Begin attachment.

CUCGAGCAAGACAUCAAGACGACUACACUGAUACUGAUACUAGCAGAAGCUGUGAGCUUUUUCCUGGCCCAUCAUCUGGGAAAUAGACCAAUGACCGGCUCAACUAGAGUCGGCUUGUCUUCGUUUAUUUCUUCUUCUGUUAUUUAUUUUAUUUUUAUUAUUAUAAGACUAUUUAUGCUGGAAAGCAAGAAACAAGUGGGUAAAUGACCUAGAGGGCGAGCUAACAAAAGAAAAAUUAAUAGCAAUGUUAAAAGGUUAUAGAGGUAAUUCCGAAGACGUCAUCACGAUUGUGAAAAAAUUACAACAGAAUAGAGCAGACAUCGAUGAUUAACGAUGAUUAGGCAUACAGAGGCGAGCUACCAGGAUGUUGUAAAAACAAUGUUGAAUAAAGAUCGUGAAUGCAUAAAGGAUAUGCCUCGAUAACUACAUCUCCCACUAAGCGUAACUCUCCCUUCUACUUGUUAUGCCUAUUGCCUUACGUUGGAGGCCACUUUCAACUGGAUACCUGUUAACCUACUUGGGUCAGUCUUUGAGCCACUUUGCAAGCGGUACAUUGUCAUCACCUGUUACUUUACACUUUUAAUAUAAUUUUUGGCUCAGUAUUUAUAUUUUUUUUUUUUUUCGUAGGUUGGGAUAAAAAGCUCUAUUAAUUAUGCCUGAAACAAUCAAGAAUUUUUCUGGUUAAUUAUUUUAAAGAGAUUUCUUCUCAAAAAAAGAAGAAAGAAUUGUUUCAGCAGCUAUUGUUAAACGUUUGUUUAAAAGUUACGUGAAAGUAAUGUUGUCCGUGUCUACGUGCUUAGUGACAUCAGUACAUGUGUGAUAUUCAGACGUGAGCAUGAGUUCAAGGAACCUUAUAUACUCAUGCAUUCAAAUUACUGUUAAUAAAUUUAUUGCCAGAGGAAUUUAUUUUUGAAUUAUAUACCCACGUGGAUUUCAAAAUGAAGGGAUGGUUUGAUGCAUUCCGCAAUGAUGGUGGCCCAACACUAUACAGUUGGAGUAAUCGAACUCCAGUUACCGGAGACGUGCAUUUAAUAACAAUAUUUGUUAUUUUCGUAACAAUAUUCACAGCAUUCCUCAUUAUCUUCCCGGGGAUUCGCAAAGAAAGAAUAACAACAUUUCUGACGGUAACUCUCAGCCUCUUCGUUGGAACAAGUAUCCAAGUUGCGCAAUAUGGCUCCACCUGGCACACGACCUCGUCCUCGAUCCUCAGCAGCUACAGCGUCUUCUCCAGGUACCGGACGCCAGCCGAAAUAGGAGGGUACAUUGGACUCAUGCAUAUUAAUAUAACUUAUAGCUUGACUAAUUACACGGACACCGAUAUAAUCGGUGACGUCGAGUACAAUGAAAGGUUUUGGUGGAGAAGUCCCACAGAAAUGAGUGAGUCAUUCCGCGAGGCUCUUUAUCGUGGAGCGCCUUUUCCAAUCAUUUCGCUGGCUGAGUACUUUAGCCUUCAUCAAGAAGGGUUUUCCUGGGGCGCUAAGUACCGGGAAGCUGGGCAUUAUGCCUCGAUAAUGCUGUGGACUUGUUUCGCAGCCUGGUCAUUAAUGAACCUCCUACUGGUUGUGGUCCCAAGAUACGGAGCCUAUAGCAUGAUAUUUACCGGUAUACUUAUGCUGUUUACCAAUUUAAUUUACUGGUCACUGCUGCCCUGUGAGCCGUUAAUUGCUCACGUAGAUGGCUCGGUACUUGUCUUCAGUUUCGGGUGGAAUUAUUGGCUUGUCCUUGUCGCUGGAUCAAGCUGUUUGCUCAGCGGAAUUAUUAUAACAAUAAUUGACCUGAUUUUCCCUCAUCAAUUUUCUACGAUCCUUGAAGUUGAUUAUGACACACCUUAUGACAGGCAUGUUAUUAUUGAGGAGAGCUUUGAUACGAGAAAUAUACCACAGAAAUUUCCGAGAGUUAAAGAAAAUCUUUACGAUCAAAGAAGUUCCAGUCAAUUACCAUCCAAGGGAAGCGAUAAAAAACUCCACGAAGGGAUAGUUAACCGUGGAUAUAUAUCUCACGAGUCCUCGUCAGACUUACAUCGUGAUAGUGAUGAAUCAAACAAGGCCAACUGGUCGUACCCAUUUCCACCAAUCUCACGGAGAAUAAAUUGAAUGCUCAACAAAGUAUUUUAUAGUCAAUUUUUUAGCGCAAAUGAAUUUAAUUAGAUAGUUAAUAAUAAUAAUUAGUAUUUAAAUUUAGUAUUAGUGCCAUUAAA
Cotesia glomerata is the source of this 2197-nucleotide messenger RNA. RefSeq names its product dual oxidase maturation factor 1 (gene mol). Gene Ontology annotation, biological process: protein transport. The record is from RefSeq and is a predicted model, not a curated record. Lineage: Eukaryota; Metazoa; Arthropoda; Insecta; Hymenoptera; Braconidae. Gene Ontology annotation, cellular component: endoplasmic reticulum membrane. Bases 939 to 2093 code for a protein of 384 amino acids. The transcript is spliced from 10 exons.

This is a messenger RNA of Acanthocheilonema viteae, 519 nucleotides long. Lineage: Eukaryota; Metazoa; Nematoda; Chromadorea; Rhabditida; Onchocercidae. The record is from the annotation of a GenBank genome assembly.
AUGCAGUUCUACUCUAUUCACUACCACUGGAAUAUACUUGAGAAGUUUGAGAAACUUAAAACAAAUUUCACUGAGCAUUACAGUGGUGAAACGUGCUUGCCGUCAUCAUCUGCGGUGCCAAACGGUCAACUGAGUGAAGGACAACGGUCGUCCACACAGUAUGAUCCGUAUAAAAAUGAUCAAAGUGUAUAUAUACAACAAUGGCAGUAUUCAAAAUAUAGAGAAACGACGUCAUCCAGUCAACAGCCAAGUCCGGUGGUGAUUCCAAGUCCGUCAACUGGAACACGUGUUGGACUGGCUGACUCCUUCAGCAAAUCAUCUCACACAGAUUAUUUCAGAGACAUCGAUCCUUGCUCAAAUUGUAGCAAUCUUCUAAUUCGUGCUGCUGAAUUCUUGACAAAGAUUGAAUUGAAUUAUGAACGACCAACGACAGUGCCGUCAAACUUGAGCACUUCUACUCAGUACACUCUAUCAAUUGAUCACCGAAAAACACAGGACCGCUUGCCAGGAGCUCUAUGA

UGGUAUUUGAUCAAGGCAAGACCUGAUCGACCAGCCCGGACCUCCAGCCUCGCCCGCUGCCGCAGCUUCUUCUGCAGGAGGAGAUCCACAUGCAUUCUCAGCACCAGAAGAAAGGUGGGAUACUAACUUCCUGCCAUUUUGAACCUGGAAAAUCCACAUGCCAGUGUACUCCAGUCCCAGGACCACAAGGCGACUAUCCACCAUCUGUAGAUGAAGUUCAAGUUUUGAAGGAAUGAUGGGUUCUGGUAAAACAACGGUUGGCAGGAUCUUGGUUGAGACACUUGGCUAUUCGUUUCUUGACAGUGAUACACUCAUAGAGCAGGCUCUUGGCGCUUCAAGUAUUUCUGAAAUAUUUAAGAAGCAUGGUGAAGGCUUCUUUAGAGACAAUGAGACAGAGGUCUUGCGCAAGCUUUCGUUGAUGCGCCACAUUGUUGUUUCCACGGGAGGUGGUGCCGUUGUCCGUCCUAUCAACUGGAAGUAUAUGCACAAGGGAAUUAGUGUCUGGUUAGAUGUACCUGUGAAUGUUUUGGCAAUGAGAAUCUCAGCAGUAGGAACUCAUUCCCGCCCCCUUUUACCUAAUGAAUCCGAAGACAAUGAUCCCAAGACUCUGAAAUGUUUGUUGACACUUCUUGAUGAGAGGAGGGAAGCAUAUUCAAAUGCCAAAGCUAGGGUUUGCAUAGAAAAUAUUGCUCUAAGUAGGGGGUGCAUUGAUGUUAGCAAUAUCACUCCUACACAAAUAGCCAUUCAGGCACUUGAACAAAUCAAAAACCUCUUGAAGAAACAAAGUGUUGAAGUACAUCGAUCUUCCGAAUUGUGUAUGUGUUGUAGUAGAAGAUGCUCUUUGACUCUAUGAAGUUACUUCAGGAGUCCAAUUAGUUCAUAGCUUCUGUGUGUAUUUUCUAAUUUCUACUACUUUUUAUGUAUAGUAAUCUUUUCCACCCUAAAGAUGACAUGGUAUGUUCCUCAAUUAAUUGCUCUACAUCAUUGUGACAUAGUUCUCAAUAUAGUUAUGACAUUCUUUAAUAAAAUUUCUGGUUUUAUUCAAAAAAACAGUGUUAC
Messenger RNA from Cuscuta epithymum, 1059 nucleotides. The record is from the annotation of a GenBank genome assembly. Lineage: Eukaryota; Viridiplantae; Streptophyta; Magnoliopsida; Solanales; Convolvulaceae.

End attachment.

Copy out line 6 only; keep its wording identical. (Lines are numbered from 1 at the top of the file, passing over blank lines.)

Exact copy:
Messenger RNA from Cuscuta epithymum, 1059 nucleotides. The record is from the annotation of a GenBank genome assembly. Lineage: Eukaryota; Viridiplantae; Streptophyta; Magnoliopsida; Solanales; Convolvulaceae.